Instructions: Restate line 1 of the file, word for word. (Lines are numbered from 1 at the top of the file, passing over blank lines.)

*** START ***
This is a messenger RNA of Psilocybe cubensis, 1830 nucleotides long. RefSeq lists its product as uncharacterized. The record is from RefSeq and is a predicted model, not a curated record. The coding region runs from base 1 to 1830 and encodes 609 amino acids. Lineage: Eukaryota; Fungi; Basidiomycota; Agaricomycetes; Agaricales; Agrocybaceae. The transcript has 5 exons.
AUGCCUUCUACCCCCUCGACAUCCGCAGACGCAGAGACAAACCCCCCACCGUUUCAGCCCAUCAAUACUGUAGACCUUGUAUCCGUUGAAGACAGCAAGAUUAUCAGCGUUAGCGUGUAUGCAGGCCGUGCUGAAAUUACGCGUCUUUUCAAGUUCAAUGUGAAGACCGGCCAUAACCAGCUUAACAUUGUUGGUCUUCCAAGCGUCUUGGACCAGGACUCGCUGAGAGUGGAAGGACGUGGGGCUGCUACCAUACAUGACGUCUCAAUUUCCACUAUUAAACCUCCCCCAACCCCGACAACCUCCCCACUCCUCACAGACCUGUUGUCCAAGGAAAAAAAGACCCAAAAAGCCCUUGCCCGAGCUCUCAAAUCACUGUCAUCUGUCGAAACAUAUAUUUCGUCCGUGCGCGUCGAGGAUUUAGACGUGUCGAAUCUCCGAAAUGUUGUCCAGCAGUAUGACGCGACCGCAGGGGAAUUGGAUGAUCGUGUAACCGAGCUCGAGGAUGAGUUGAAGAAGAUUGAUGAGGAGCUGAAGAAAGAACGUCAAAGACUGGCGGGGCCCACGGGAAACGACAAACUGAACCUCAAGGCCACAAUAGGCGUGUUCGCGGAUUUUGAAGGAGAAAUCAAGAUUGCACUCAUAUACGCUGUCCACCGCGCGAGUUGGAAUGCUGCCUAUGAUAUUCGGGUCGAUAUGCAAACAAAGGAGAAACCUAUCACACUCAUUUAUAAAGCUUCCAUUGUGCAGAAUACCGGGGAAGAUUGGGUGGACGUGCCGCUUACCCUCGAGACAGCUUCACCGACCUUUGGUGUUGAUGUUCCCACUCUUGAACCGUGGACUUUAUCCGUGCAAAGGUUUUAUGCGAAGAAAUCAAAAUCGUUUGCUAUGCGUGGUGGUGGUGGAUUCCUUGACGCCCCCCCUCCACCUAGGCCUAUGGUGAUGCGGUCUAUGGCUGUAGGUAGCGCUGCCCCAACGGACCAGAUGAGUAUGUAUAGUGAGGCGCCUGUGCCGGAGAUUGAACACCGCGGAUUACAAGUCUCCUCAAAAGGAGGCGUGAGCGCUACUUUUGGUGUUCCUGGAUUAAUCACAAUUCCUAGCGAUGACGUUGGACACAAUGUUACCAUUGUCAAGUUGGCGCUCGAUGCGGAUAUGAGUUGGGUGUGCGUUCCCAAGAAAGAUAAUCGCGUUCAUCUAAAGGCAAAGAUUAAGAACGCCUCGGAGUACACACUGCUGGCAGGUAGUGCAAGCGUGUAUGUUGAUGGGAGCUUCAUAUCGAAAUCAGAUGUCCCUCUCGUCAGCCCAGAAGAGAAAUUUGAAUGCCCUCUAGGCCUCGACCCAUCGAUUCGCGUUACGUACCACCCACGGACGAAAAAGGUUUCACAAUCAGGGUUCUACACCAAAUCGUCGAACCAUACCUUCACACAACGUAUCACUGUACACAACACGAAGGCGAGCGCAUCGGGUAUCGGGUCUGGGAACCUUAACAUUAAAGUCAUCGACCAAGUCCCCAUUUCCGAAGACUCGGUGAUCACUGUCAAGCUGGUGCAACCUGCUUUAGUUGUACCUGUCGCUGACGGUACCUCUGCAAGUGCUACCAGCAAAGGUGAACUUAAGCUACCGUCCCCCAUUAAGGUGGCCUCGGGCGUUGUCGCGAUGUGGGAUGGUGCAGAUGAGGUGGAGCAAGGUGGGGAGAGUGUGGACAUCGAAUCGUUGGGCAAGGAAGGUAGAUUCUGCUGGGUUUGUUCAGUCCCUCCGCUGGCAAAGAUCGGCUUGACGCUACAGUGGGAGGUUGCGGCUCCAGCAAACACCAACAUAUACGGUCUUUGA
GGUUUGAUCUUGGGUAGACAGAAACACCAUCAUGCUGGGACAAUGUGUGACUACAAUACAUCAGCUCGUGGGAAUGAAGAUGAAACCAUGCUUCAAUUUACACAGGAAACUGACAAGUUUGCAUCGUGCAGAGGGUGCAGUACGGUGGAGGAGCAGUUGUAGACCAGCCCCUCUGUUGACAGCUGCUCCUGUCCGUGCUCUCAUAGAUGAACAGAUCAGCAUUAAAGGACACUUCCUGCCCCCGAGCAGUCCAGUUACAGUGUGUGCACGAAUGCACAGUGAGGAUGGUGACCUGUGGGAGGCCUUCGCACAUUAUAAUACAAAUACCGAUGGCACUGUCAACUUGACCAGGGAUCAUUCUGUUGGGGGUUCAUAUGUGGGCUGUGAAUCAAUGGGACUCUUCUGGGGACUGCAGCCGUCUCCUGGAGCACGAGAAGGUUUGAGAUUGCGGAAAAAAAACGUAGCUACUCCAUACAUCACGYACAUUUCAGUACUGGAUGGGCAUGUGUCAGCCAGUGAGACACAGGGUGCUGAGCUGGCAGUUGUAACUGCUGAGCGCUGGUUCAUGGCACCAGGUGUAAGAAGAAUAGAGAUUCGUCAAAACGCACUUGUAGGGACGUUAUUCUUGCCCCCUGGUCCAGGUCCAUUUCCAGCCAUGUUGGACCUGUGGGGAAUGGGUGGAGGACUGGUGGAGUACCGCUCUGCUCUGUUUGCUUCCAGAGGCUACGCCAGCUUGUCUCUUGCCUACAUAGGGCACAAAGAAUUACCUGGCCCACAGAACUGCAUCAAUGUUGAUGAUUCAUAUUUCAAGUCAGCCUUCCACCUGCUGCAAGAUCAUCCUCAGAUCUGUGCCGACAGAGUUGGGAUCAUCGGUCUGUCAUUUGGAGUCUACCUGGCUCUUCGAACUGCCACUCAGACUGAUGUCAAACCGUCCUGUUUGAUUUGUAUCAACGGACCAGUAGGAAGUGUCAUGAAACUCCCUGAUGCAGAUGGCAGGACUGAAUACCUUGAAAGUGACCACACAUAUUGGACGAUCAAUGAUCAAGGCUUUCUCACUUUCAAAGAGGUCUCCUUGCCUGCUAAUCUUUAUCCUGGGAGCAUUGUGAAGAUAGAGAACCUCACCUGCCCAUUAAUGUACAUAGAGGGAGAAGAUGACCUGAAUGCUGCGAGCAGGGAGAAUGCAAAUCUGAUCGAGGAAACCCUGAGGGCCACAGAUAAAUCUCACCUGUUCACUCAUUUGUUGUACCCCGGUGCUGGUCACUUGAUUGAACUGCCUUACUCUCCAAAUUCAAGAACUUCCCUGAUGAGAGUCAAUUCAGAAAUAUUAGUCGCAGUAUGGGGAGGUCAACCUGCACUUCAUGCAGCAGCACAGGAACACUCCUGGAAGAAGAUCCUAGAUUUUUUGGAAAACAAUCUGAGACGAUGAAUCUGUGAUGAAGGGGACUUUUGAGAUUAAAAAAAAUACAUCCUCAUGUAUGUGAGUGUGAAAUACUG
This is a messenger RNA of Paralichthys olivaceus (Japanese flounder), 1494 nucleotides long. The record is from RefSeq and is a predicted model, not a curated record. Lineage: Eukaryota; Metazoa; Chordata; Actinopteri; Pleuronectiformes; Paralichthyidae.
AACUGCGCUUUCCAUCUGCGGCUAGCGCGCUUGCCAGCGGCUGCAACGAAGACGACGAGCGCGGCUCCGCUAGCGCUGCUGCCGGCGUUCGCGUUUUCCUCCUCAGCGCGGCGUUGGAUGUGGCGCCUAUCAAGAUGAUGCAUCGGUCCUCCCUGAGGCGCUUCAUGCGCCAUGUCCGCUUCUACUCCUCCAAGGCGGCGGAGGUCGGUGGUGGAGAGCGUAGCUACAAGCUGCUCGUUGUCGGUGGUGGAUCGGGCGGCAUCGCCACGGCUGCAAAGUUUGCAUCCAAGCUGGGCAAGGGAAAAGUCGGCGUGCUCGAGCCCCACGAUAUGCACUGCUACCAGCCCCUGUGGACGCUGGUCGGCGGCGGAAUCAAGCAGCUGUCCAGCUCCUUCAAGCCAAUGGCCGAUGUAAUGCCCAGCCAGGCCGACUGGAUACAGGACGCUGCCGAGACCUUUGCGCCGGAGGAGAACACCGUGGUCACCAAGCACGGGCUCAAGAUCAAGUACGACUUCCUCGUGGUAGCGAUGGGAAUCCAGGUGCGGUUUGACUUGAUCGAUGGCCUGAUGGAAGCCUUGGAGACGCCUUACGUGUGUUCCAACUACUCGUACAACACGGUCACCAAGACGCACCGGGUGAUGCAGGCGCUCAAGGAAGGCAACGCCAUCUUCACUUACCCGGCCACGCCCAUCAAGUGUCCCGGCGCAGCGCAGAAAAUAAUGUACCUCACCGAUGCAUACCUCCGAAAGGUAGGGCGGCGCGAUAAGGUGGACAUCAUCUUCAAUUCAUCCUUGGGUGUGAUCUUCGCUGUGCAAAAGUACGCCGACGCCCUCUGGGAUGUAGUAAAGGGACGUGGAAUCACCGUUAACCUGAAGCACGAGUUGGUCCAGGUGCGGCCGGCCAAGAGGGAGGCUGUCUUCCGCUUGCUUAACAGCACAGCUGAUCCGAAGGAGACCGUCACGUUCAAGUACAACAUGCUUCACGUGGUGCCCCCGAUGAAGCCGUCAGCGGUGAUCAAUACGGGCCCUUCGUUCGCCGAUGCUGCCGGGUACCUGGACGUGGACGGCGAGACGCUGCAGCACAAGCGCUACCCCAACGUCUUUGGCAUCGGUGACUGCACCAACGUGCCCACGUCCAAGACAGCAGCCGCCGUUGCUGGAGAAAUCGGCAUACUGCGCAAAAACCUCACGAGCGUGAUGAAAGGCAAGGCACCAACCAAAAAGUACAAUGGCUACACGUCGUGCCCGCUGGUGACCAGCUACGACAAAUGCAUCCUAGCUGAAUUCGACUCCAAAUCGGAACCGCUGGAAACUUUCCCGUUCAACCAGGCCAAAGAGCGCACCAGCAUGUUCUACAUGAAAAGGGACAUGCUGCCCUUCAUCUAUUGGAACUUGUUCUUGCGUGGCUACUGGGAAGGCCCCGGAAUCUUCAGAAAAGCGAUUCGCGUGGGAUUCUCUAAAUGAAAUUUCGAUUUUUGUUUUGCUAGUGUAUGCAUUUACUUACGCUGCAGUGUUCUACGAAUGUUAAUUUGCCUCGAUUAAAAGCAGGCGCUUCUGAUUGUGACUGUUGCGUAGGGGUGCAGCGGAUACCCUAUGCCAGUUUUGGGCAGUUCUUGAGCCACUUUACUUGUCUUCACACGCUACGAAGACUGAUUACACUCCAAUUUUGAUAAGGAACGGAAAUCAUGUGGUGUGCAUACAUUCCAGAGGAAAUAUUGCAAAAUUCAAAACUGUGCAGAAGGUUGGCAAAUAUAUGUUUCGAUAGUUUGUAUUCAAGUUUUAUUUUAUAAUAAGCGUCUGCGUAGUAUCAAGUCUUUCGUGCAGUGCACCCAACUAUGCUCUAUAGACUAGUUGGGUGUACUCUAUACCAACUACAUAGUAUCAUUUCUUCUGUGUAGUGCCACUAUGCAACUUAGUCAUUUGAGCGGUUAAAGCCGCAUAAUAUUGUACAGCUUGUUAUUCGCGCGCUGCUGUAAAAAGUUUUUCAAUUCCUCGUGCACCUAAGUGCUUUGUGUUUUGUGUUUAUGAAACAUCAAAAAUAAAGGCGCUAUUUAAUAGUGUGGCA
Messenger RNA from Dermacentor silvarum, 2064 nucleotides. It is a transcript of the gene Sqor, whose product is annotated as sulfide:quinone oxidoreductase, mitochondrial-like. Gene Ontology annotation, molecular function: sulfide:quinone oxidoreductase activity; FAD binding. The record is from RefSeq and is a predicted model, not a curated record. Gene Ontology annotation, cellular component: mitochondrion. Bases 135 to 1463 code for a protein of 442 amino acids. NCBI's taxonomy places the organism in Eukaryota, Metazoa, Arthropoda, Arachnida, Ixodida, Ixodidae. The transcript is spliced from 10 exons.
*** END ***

This is a messenger RNA of Psilocybe cubensis, 1830 nucleotides long. RefSeq lists its product as uncharacterized. The record is from RefSeq and is a predicted model, not a curated record. The coding region runs from base 1 to 1830 and encodes 609 amino acids. Lineage: Eukaryota; Fungi; Basidiomycota; Agaricomycetes; Agaricales; Agrocybaceae. The transcript has 5 exons.